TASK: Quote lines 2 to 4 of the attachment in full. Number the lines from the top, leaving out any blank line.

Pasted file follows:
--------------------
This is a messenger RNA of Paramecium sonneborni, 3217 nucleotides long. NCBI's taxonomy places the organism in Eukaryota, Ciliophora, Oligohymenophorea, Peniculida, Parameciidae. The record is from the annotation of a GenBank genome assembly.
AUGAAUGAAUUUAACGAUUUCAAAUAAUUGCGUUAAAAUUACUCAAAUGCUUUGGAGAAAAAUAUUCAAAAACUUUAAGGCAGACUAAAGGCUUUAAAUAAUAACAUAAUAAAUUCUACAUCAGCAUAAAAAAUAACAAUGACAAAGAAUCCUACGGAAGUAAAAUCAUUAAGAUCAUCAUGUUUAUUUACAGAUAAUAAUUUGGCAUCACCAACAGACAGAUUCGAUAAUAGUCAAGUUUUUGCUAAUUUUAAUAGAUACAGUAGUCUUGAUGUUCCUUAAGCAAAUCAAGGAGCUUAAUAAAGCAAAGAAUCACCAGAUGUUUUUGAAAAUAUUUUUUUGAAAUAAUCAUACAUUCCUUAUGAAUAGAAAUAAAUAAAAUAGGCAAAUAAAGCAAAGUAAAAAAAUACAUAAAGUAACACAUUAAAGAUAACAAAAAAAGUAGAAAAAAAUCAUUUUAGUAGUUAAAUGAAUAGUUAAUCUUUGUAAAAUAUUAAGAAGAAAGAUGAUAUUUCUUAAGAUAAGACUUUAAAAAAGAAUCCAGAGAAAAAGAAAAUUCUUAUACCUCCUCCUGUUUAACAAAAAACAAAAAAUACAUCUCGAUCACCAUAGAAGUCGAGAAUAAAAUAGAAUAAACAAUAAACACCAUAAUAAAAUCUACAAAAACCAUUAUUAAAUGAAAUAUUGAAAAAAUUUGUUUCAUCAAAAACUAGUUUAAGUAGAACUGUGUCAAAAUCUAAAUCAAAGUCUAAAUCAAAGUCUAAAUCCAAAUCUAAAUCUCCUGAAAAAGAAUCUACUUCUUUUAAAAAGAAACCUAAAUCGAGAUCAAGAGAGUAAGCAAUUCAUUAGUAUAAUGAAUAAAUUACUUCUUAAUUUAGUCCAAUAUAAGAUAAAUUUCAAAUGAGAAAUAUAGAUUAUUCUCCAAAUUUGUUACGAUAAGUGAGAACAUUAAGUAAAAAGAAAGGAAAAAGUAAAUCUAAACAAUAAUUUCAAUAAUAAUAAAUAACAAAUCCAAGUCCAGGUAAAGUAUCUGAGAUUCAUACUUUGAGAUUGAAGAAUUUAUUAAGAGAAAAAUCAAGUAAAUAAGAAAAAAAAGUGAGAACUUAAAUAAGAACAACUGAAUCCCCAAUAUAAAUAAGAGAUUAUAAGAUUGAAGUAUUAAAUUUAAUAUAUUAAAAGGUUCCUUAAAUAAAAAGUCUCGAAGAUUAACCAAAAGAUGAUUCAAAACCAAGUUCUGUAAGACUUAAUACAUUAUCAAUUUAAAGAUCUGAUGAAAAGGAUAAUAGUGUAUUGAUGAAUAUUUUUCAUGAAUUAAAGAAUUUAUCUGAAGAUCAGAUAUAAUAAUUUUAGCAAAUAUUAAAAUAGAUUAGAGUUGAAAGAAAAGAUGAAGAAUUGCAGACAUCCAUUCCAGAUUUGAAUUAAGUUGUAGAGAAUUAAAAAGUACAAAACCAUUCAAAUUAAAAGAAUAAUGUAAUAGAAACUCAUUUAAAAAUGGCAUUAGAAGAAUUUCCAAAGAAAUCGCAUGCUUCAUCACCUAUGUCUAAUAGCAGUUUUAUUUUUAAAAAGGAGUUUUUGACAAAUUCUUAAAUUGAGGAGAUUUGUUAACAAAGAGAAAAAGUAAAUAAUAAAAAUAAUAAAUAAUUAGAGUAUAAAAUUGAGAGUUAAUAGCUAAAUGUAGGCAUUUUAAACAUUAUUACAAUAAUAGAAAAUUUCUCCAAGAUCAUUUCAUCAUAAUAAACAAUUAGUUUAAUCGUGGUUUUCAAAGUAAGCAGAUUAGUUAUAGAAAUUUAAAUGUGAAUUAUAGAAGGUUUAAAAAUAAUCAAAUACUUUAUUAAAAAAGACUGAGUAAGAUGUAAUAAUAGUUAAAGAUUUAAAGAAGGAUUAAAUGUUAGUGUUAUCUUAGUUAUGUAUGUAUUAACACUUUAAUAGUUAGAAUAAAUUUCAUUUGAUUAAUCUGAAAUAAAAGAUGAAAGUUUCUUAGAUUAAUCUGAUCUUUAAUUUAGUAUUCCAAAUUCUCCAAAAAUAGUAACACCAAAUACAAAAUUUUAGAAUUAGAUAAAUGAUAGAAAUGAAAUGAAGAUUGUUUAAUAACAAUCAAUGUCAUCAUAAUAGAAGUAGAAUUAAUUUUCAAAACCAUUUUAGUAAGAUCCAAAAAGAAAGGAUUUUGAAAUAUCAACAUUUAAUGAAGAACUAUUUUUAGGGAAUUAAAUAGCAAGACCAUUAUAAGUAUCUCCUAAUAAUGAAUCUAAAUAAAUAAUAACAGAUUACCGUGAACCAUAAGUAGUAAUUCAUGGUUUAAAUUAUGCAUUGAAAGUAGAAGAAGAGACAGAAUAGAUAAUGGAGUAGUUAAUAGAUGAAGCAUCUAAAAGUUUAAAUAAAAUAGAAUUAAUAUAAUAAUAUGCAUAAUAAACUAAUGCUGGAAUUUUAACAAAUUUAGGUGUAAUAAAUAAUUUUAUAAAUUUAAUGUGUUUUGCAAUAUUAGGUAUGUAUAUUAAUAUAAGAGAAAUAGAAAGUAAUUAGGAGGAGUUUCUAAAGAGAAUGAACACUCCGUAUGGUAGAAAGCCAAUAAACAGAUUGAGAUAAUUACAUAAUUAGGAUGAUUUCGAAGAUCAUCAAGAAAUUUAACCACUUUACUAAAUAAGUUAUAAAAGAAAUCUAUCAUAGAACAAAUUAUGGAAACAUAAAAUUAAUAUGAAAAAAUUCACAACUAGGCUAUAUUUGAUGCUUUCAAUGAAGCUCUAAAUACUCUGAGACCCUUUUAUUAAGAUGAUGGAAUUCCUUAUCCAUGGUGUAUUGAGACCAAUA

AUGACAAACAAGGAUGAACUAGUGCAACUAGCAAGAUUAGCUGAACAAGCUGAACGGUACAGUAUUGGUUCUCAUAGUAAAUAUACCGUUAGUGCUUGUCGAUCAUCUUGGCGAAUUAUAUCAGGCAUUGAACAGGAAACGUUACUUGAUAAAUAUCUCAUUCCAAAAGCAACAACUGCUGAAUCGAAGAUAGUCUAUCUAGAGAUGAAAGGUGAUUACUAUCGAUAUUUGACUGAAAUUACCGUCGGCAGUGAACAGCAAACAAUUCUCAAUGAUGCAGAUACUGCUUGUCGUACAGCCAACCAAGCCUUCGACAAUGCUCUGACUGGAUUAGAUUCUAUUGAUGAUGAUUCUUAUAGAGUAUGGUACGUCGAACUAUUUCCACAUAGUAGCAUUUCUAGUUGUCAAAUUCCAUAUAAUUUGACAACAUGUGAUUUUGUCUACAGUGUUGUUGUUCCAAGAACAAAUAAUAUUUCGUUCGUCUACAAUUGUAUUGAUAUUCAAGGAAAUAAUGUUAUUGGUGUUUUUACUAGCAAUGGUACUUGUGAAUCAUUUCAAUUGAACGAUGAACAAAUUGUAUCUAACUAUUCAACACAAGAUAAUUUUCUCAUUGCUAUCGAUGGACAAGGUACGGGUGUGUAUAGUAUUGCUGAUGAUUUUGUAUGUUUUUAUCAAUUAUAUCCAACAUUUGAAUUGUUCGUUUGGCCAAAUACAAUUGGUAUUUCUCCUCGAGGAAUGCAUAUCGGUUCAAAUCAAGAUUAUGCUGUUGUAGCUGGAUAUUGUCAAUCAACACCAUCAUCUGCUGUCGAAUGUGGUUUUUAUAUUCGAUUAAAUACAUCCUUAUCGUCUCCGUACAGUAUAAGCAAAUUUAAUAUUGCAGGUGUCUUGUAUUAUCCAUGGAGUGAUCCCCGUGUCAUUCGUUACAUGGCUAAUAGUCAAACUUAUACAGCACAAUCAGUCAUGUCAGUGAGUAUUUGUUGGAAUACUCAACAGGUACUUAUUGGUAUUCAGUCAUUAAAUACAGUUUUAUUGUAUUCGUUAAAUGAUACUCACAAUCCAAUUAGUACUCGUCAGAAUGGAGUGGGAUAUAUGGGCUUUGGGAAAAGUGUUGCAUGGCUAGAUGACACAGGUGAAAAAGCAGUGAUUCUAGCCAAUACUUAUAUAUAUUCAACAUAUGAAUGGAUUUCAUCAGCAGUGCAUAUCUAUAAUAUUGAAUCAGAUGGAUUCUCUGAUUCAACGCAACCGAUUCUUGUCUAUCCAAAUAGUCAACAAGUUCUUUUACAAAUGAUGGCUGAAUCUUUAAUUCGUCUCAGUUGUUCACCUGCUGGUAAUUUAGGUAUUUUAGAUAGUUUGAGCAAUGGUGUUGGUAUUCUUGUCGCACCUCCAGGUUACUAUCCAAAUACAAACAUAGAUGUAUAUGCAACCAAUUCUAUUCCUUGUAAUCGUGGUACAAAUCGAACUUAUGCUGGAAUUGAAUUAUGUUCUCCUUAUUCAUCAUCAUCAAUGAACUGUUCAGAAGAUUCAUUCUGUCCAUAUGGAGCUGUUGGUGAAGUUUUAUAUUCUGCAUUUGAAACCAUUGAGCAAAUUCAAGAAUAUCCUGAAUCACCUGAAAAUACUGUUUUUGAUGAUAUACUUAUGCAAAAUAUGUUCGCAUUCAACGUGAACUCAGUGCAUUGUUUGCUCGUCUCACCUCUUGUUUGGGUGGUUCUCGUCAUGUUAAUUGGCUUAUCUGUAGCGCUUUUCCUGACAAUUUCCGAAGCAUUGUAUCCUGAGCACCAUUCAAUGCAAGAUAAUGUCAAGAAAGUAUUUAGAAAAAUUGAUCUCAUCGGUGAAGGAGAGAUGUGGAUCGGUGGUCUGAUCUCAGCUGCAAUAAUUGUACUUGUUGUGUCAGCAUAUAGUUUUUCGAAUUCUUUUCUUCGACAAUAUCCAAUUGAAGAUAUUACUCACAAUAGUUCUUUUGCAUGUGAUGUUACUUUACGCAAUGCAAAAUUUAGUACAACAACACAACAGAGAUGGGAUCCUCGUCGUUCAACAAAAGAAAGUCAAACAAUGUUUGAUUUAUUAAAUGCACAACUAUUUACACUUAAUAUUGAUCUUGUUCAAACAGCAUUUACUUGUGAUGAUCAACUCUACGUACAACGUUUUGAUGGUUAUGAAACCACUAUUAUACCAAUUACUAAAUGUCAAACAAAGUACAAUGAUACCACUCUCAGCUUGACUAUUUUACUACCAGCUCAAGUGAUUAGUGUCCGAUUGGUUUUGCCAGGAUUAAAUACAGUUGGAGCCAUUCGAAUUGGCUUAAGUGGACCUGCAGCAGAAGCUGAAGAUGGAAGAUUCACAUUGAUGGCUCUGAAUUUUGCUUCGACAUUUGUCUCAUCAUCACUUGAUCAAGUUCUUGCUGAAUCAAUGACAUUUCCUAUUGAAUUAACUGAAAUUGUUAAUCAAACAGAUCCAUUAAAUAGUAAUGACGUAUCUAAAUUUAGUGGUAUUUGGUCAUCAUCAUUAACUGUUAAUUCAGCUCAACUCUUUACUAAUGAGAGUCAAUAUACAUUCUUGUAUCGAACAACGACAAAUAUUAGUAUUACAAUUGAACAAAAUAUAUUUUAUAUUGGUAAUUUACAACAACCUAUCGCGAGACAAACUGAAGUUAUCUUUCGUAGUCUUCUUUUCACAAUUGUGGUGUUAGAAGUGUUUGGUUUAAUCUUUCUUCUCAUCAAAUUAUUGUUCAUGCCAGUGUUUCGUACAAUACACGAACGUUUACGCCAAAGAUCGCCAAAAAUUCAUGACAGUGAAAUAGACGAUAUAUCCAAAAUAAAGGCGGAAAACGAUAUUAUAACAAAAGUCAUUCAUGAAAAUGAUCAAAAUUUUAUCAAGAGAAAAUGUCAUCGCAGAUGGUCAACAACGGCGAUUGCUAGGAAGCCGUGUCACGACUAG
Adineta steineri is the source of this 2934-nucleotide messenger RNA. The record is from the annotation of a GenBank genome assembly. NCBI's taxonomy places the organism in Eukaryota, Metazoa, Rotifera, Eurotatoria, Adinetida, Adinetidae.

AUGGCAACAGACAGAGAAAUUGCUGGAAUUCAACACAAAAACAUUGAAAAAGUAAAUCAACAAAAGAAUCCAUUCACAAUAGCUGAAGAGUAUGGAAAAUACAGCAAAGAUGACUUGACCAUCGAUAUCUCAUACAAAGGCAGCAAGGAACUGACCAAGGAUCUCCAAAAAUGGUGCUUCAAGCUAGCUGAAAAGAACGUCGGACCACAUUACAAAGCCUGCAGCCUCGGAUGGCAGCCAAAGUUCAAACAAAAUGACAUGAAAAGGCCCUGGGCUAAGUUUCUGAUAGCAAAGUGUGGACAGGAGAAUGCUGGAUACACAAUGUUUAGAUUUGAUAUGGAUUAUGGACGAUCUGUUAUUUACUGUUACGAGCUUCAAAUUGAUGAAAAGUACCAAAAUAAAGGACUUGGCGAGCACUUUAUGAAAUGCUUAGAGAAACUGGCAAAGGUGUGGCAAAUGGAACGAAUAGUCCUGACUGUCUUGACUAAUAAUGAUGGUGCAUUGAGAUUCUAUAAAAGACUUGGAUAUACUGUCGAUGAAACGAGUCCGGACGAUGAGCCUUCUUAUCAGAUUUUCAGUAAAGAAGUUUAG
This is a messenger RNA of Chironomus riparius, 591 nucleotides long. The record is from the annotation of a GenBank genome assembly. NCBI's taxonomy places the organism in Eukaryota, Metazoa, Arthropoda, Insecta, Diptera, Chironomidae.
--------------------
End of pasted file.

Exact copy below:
AUGAAUGAAUUUAACGAUUUCAAAUAAUUGCGUUAAAAUUACUCAAAUGCUUUGGAGAAAAAUAUUCAAAAACUUUAAGGCAGACUAAAGGCUUUAAAUAAUAACAUAAUAAAUUCUACAUCAGCAUAAAAAAUAACAAUGACAAAGAAUCCUACGGAAGUAAAAUCAUUAAGAUCAUCAUGUUUAUUUACAGAUAAUAAUUUGGCAUCACCAACAGACAGAUUCGAUAAUAGUCAAGUUUUUGCUAAUUUUAAUAGAUACAGUAGUCUUGAUGUUCCUUAAGCAAAUCAAGGAGCUUAAUAAAGCAAAGAAUCACCAGAUGUUUUUGAAAAUAUUUUUUUGAAAUAAUCAUACAUUCCUUAUGAAUAGAAAUAAAUAAAAUAGGCAAAUAAAGCAAAGUAAAAAAAUACAUAAAGUAACACAUUAAAGAUAACAAAAAAAGUAGAAAAAAAUCAUUUUAGUAGUUAAAUGAAUAGUUAAUCUUUGUAAAAUAUUAAGAAGAAAGAUGAUAUUUCUUAAGAUAAGACUUUAAAAAAGAAUCCAGAGAAAAAGAAAAUUCUUAUACCUCCUCCUGUUUAACAAAAAACAAAAAAUACAUCUCGAUCACCAUAGAAGUCGAGAAUAAAAUAGAAUAAACAAUAAACACCAUAAUAAAAUCUACAAAAACCAUUAUUAAAUGAAAUAUUGAAAAAAUUUGUUUCAUCAAAAACUAGUUUAAGUAGAACUGUGUCAAAAUCUAAAUCAAAGUCUAAAUCAAAGUCUAAAUCCAAAUCUAAAUCUCCUGAAAAAGAAUCUACUUCUUUUAAAAAGAAACCUAAAUCGAGAUCAAGAGAGUAAGCAAUUCAUUAGUAUAAUGAAUAAAUUACUUCUUAAUUUAGUCCAAUAUAAGAUAAAUUUCAAAUGAGAAAUAUAGAUUAUUCUCCAAAUUUGUUACGAUAAGUGAGAACAUUAAGUAAAAAGAAAGGAAAAAGUAAAUCUAAACAAUAAUUUCAAUAAUAAUAAAUAACAAAUCCAAGUCCAGGUAAAGUAUCUGAGAUUCAUACUUUGAGAUUGAAGAAUUUAUUAAGAGAAAAAUCAAGUAAAUAAGAAAAAAAAGUGAGAACUUAAAUAAGAACAACUGAAUCCCCAAUAUAAAUAAGAGAUUAUAAGAUUGAAGUAUUAAAUUUAAUAUAUUAAAAGGUUCCUUAAAUAAAAAGUCUCGAAGAUUAACCAAAAGAUGAUUCAAAACCAAGUUCUGUAAGACUUAAUACAUUAUCAAUUUAAAGAUCUGAUGAAAAGGAUAAUAGUGUAUUGAUGAAUAUUUUUCAUGAAUUAAAGAAUUUAUCUGAAGAUCAGAUAUAAUAAUUUUAGCAAAUAUUAAAAUAGAUUAGAGUUGAAAGAAAAGAUGAAGAAUUGCAGACAUCCAUUCCAGAUUUGAAUUAAGUUGUAGAGAAUUAAAAAGUACAAAACCAUUCAAAUUAAAAGAAUAAUGUAAUAGAAACUCAUUUAAAAAUGGCAUUAGAAGAAUUUCCAAAGAAAUCGCAUGCUUCAUCACCUAUGUCUAAUAGCAGUUUUAUUUUUAAAAAGGAGUUUUUGACAAAUUCUUAAAUUGAGGAGAUUUGUUAACAAAGAGAAAAAGUAAAUAAUAAAAAUAAUAAAUAAUUAGAGUAUAAAAUUGAGAGUUAAUAGCUAAAUGUAGGCAUUUUAAACAUUAUUACAAUAAUAGAAAAUUUCUCCAAGAUCAUUUCAUCAUAAUAAACAAUUAGUUUAAUCGUGGUUUUCAAAGUAAGCAGAUUAGUUAUAGAAAUUUAAAUGUGAAUUAUAGAAGGUUUAAAAAUAAUCAAAUACUUUAUUAAAAAAGACUGAGUAAGAUGUAAUAAUAGUUAAAGAUUUAAAGAAGGAUUAAAUGUUAGUGUUAUCUUAGUUAUGUAUGUAUUAACACUUUAAUAGUUAGAAUAAAUUUCAUUUGAUUAAUCUGAAAUAAAAGAUGAAAGUUUCUUAGAUUAAUCUGAUCUUUAAUUUAGUAUUCCAAAUUCUCCAAAAAUAGUAACACCAAAUACAAAAUUUUAGAAUUAGAUAAAUGAUAGAAAUGAAAUGAAGAUUGUUUAAUAACAAUCAAUGUCAUCAUAAUAGAAGUAGAAUUAAUUUUCAAAACCAUUUUAGUAAGAUCCAAAAAGAAAGGAUUUUGAAAUAUCAACAUUUAAUGAAGAACUAUUUUUAGGGAAUUAAAUAGCAAGACCAUUAUAAGUAUCUCCUAAUAAUGAAUCUAAAUAAAUAAUAACAGAUUACCGUGAACCAUAAGUAGUAAUUCAUGGUUUAAAUUAUGCAUUGAAAGUAGAAGAAGAGACAGAAUAGAUAAUGGAGUAGUUAAUAGAUGAAGCAUCUAAAAGUUUAAAUAAAAUAGAAUUAAUAUAAUAAUAUGCAUAAUAAACUAAUGCUGGAAUUUUAACAAAUUUAGGUGUAAUAAAUAAUUUUAUAAAUUUAAUGUGUUUUGCAAUAUUAGGUAUGUAUAUUAAUAUAAGAGAAAUAGAAAGUAAUUAGGAGGAGUUUCUAAAGAGAAUGAACACUCCGUAUGGUAGAAAGCCAAUAAACAGAUUGAGAUAAUUACAUAAUUAGGAUGAUUUCGAAGAUCAUCAAGAAAUUUAACCACUUUACUAAAUAAGUUAUAAAAGAAAUCUAUCAUAGAACAAAUUAUGGAAACAUAAAAUUAAUAUGAAAAAAUUCACAACUAGGCUAUAUUUGAUGCUUUCAAUGAAGCUCUAAAUACUCUGAGACCCUUUUAUUAAGAUGAUGGAAUUCCUUAUCCAUGGUGUAUUGAGACCAAUA

AUGACAAACAAGGAUGAACUAGUGCAACUAGCAAGAUUAGCUGAACAAGCUGAACGGUACAGUAUUGGUUCUCAUAGUAAAUAUACCGUUAGUGCUUGUCGAUCAUCUUGGCGAAUUAUAUCAGGCAUUGAACAGGAAACGUUACUUGAUAAAUAUCUCAUUCCAAAAGCAACAACUGCUGAAUCGAAGAUAGUCUAUCUAGAGAUGAAAGGUGAUUACUAUCGAUAUUUGACUGAAAUUACCGUCGGCAGUGAACAGCAAACAAUUCUCAAUGAUGCAGAUACUGCUUGUCGUACAGCCAACCAAGCCUUCGACAAUGCUCUGACUGGAUUAGAUUCUAUUGAUGAUGAUUCUUAUAGAGUAUGGUACGUCGAACUAUUUCCACAUAGUAGCAUUUCUAGUUGUCAAAUUCCAUAUAAUUUGACAACAUGUGAUUUUGUCUACAGUGUUGUUGUUCCAAGAACAAAUAAUAUUUCGUUCGUCUACAAUUGUAUUGAUAUUCAAGGAAAUAAUGUUAUUGGUGUUUUUACUAGCAAUGGUACUUGUGAAUCAUUUCAAUUGAACGAUGAACAAAUUGUAUCUAACUAUUCAACACAAGAUAAUUUUCUCAUUGCUAUCGAUGGACAAGGUACGGGUGUGUAUAGUAUUGCUGAUGAUUUUGUAUGUUUUUAUCAAUUAUAUCCAACAUUUGAAUUGUUCGUUUGGCCAAAUACAAUUGGUAUUUCUCCUCGAGGAAUGCAUAUCGGUUCAAAUCAAGAUUAUGCUGUUGUAGCUGGAUAUUGUCAAUCAACACCAUCAUCUGCUGUCGAAUGUGGUUUUUAUAUUCGAUUAAAUACAUCCUUAUCGUCUCCGUACAGUAUAAGCAAAUUUAAUAUUGCAGGUGUCUUGUAUUAUCCAUGGAGUGAUCCCCGUGUCAUUCGUUACAUGGCUAAUAGUCAAACUUAUACAGCACAAUCAGUCAUGUCAGUGAGUAUUUGUUGGAAUACUCAACAGGUACUUAUUGGUAUUCAGUCAUUAAAUACAGUUUUAUUGUAUUCGUUAAAUGAUACUCACAAUCCAAUUAGUACUCGUCAGAAUGGAGUGGGAUAUAUGGGCUUUGGGAAAAGUGUUGCAUGGCUAGAUGACACAGGUGAAAAAGCAGUGAUUCUAGCCAAUACUUAUAUAUAUUCAACAUAUGAAUGGAUUUCAUCAGCAGUGCAUAUCUAUAAUAUUGAAUCAGAUGGAUUCUCUGAUUCAACGCAACCGAUUCUUGUCUAUCCAAAUAGUCAACAAGUUCUUUUACAAAUGAUGGCUGAAUCUUUAAUUCGUCUCAGUUGUUCACCUGCUGGUAAUUUAGGUAUUUUAGAUAGUUUGAGCAAUGGUGUUGGUAUUCUUGUCGCACCUCCAGGUUACUAUCCAAAUACAAACAUAGAUGUAUAUGCAACCAAUUCUAUUCCUUGUAAUCGUGGUACAAAUCGAACUUAUGCUGGAAUUGAAUUAUGUUCUCCUUAUUCAUCAUCAUCAAUGAACUGUUCAGAAGAUUCAUUCUGUCCAUAUGGAGCUGUUGGUGAAGUUUUAUAUUCUGCAUUUGAAACCAUUGAGCAAAUUCAAGAAUAUCCUGAAUCACCUGAAAAUACUGUUUUUGAUGAUAUACUUAUGCAAAAUAUGUUCGCAUUCAACGUGAACUCAGUGCAUUGUUUGCUCGUCUCACCUCUUGUUUGGGUGGUUCUCGUCAUGUUAAUUGGCUUAUCUGUAGCGCUUUUCCUGACAAUUUCCGAAGCAUUGUAUCCUGAGCACCAUUCAAUGCAAGAUAAUGUCAAGAAAGUAUUUAGAAAAAUUGAUCUCAUCGGUGAAGGAGAGAUGUGGAUCGGUGGUCUGAUCUCAGCUGCAAUAAUUGUACUUGUUGUGUCAGCAUAUAGUUUUUCGAAUUCUUUUCUUCGACAAUAUCCAAUUGAAGAUAUUACUCACAAUAGUUCUUUUGCAUGUGAUGUUACUUUACGCAAUGCAAAAUUUAGUACAACAACACAACAGAGAUGGGAUCCUCGUCGUUCAACAAAAGAAAGUCAAACAAUGUUUGAUUUAUUAAAUGCACAACUAUUUACACUUAAUAUUGAUCUUGUUCAAACAGCAUUUACUUGUGAUGAUCAACUCUACGUACAACGUUUUGAUGGUUAUGAAACCACUAUUAUACCAAUUACUAAAUGUCAAACAAAGUACAAUGAUACCACUCUCAGCUUGACUAUUUUACUACCAGCUCAAGUGAUUAGUGUCCGAUUGGUUUUGCCAGGAUUAAAUACAGUUGGAGCCAUUCGAAUUGGCUUAAGUGGACCUGCAGCAGAAGCUGAAGAUGGAAGAUUCACAUUGAUGGCUCUGAAUUUUGCUUCGACAUUUGUCUCAUCAUCACUUGAUCAAGUUCUUGCUGAAUCAAUGACAUUUCCUAUUGAAUUAACUGAAAUUGUUAAUCAAACAGAUCCAUUAAAUAGUAAUGACGUAUCUAAAUUUAGUGGUAUUUGGUCAUCAUCAUUAACUGUUAAUUCAGCUCAACUCUUUACUAAUGAGAGUCAAUAUACAUUCUUGUAUCGAACAACGACAAAUAUUAGUAUUACAAUUGAACAAAAUAUAUUUUAUAUUGGUAAUUUACAACAACCUAUCGCGAGACAAACUGAAGUUAUCUUUCGUAGUCUUCUUUUCACAAUUGUGGUGUUAGAAGUGUUUGGUUUAAUCUUUCUUCUCAUCAAAUUAUUGUUCAUGCCAGUGUUUCGUACAAUACACGAACGUUUACGCCAAAGAUCGCCAAAAAUUCAUGACAGUGAAAUAGACGAUAUAUCCAAAAUAAAGGCGGAAAACGAUAUUAUAACAAAAGUCAUUCAUGAAAAUGAUCAAAAUUUUAUCAAGAGAAAAUGUCAUCGCAGAUGGUCAACAACGGCGAUUGCUAGGAAGCCGUGUCACGACUAG
Adineta steineri is the source of this 2934-nucleotide messenger RNA. The record is from the annotation of a GenBank genome assembly. NCBI's taxonomy places the organism in Eukaryota, Metazoa, Rotifera, Eurotatoria, Adinetida, Adinetidae.